November 2013 Print

The Last Word

Dear Readers,

There are few things more vital to a civil or ecclesiastical institution than to present the proper men as heroes for their subjects. In many cities or countries, for instance, when a new party is elected, the new government starts to change numerous street names, or remove statues of previous leaders: they become out of date and need to be replaced with new ones in line with modernity. We have seen that happening, for example, in Russia in recent decades.

Hero worship, the canonization of the holy men, is a universal practice. We need an ideal to pursue, spiritual leaders who have been consistent with their principles and who lived their lives in accordance. Our liturgical calendar is replete with such Catholic heroes. Our Martyrologium, which includes the most gruesome details of their death, makes us exclaim “Deo Gratias.” We need to have them present before our eyes as objects of admiration if not of servile imitation.

Any candidate who is declared blessed is the object of veneration limited to a particular diocese or Order. See, for example, the Franciscan Ordo, which is replete with blessed as well as saints. If the blessed becomes canonized, he is included formally in the roll of the saints and becomes the mandatory object of veneration on the part of all Catholics. He is publicly on the altars as a model for veneration because of his heroic practice of the virtues. As such, one cannot dissociate the canonizations from the integration of such saints into the liturgical calendar.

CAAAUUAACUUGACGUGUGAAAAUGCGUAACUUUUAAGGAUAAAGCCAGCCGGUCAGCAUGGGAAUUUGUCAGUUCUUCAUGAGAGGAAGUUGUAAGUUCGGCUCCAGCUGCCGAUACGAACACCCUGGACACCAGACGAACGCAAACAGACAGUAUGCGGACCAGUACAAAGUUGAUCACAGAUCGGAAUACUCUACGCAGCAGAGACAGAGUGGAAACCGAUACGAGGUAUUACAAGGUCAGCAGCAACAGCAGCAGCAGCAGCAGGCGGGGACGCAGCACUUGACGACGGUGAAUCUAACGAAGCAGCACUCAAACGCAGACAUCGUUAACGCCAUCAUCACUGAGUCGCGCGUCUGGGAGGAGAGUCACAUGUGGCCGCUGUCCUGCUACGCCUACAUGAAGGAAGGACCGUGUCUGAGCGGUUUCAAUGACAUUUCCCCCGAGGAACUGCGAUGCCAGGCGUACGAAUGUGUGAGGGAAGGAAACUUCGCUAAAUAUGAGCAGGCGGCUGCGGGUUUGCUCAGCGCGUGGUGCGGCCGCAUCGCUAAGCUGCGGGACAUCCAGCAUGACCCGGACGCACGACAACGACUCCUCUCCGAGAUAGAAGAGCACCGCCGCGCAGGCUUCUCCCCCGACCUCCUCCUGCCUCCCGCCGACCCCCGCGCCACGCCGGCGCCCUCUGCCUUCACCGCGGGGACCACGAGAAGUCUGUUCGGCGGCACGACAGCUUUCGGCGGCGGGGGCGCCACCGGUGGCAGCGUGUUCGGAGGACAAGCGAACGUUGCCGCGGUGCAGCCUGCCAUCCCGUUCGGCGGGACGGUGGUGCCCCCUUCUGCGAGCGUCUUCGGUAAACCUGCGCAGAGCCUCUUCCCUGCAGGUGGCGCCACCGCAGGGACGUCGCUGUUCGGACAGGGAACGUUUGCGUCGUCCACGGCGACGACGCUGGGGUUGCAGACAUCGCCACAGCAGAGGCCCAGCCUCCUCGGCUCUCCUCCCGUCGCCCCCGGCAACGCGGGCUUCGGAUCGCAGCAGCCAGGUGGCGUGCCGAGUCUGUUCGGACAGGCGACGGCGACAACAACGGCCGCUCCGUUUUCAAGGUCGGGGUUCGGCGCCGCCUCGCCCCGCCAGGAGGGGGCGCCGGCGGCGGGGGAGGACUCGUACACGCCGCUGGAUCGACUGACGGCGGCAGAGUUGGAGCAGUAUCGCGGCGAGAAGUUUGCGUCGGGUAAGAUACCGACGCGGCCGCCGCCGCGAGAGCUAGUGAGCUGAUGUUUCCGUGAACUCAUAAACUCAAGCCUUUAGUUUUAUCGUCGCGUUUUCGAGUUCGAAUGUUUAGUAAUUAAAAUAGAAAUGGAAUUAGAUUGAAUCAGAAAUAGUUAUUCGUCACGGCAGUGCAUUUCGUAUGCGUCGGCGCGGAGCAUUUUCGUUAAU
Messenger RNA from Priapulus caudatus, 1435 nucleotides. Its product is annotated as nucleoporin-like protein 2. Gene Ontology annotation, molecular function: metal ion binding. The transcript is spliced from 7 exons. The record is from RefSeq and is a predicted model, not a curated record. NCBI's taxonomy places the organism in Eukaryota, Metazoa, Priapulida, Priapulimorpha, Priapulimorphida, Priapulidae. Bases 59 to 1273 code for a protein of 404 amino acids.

And yet, because of the reigning spirit of aggiornamento, because of the radical changes made in the process of canonizations, qualitative as well as quantitative, Archbishop Lefebvre gave as a rule to rely on the Liturgical Ordo of 1962 and not to integrate any novel elements, however innocuous these would seem. His was a prudent decision, which gave a steady compass (the last pre-conciliar year), and a dike against improper encroachments. This is why, in our churches, schools and priories, you will not see your priests celebrate the Mass of St. Padre Pio. The problem with accepting the public veneration of a genuine saint like Padre Pio is that it would give the blanket placet to a highly suspicious process of canonization; it would also make it awkward the rejection of another newly “saint” whose résumé is doubtful. “Nihil innovetur”—do not innovate— is the motto of every captain in foggy weather!

Sincerely yours in Christ,

Father Jürgen Wegner